This Saturday sees the much-anticipated coronation of King Charles III. This ultimate display of royal pomp and pageantry will be a first for many of us to experience live.
Like most of you, I have seen the early television images of the late Queen’s coronation more than 70 years ago, so it will be fascinating to see a 21st-century version of an occasion steeped in so much history.
As I type, various parts of the parliamentary estate are being closed off and prepared for the King’s procession through Westminster in a few days’ time. Thousands of service men and women are rehearsing for their important role in escorting the King and Queen as they make their way through the crowds, and details are being finalised for the carefully-choreographed constitutional ritual in Westminster Abbey.
Earlier this week I had the great privilege of seeing the King at an MPs’ reception in Westminster Hall to celebrate the coronation. He seemed remarkedly calm for a man about to take centre stage on a global stage.
Westminster Hall was a fitting place for this reception given the role it has played over the centuries in coronation ceremonies of Kings and Queens.
The earliest coronation banquet held at the Hall dates as far back as the coronation of Richard I in 1189, with the last banquet being held in 1821.
Alongside a great feast, the King’s Champion would traditionally ride in on horseback during the first course and throw down his gauntlet to defend the King against any challengers or doubters of the new monarch’s legitimacy.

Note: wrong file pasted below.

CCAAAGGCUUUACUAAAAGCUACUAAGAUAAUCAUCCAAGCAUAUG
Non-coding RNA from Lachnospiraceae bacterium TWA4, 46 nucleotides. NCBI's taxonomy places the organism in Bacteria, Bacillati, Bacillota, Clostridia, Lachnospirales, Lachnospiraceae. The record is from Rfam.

Interestingly, the title of King’s Champion has been in the same family since the 14th century!
If we go back even further to 1066, a turbulent and violent time in our history which saw many individuals lay claim to the throne, a coronation ceremony was essential to fortify the position of the victor and secure the line of succession.
Now, while still constitutionally important and underpinned by the same religious solemnity, the need to settle warring factions has diminished, making the coronation much more of a symbolic and celebratory occasion.
Central to the coronation is the anointing of the monarch with holy oil or the ‘unction’. This is the moment at which the King becomes God’s chosen representative on Earth; divinely ordained. King Charles, like his mother before him, will undergo this very personal part of the service away from the glare of television cameras.
But in some ways we already know King Charles will be doing things slightly differently to his predecessor. Along with his pledge to defend all faiths, it has been reported the King is reusing historic chairs to make the event more sustainable and is distributing packets of wildflowers to primary school pupils across the country to create coronation meadows.
Aside from the meticulously designed ceremony and the curious traditions that can only arise from an occasion that’s more than 1,000 years old, we can all rejoice at the prospect of an extra bank holiday and the opportunity to get together with family, friends and neighbours.
I hope you can join in one of the many community events happening in East Hampshire this weekend. There are picnics in beautiful settings, street parties, fetes, church services, musical performances and tea dances.
What a lovely way to come together as a community and celebrate the reign of our new monarch.
I wish you all a wonderful coronation weekend and let’s hope the sun shines for us all too!